So then how do we take it to the next level? How do we make the classic G&T Buffalo-style? Now as I’ve learned getting out of college when it comes to drinks I have a heavy hand. (You try pouring with hooves.) Most G&T’s are made using a 1:2 or 1:3 ratio of gin to tonic. If you’re stepping up the game then there are just some minute changes to make.
First add more gin, and take note of the gin you’re using. Now we advertise New Amsterdam to the point where they really should start giving us money – and by money I mean free product. If you’re looking for that quintessentially G&T however you will have to go up a tier to get the best. Tanqueray, Hendricks, and Bombay Sapphire are the preferred here. Most bars unless stated will serve Beefeaters or Gordon’s and that’s a damn shame. What gin you get depends on your budget yes, but also remember that different gin’s aren’t equal. Pick to your favorites whether it’s a more Juniper flavor or a more citrus kick. My preferred gin is Tanqueray Rangpur for its ability to let citrus compete evenly with juniper.
Secondly choose the correct choice of tonic. Now there are certainly higher tier brands of tonic water – you’ve probably never seen them for a good reason, nobody is willing to spend that much money on them. I know this is my booze review mindset taking over, but just because your thing is overpriced doesn’t make it better. So then which Tonic water should you choose of the main 3? (Schwepps, Polar, and Canada Dry.)
Personally I’m a Polar guy – Canada Dry tends to run much sweeter than I’d prefer, and Schwepps is usually more expensive (though their 6 pack mini tonic waters is appealing since an opened bottle of any brand doesn’t last more than 3-4 days. I stress this though because some people mix this up, but club soda and seltzer are not the same thing as tonic (though they do look confusing similar in bottle label), the added quinine is essential to the taste of G&T, and you should never settle for less.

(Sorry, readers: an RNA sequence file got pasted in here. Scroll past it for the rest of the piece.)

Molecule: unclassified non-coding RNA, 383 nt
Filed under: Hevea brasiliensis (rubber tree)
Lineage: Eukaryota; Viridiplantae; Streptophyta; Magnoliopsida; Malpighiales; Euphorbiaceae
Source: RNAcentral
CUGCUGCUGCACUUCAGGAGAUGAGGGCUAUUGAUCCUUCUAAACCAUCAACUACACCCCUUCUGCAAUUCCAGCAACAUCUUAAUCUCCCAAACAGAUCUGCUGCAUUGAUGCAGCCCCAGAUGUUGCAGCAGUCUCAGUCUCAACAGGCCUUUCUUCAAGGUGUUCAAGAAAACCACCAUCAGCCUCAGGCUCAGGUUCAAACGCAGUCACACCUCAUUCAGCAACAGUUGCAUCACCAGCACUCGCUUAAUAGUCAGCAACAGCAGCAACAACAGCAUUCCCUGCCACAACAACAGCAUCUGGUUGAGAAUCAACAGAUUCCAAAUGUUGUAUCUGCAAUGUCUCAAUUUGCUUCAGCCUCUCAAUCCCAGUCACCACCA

Lastly, and this is important – use fresh limes. The added taste of lime compliments a G&T so well that to simply call it a garnish is absurd. Alright then what “recipe” does a Buffalo use then?
- Rocks Glass – A nice big one.
- Add 3-4 Ice cubes.
- Cut two lime wedges and squeeze into glass finally depositing them into glass.
- Pour a little more than half a glass of gin. (a 1:1 or 3:2 ratio is what we’re looking for here)
- Add Tonic water leaving about half a finger’s width of space to the rim.
- Take another lime wedge and stir drink lightly with wedge (don’t be vigorous you don’t want to bruise the gin.)
- Place lime on rim and go Buffalo.
Simply superb and I truly mean that. The G&T is honestly my favorite drink. I enjoy my scotch, and drink Russians and rum alike – but when I look for a standard, when I can’t think of what to drink I fall on my personal favorite. I know without a doubt if faced with my final meal I wouldn’t order a single malt scotch – I know if it came to it I’d order a Gin and Tonic.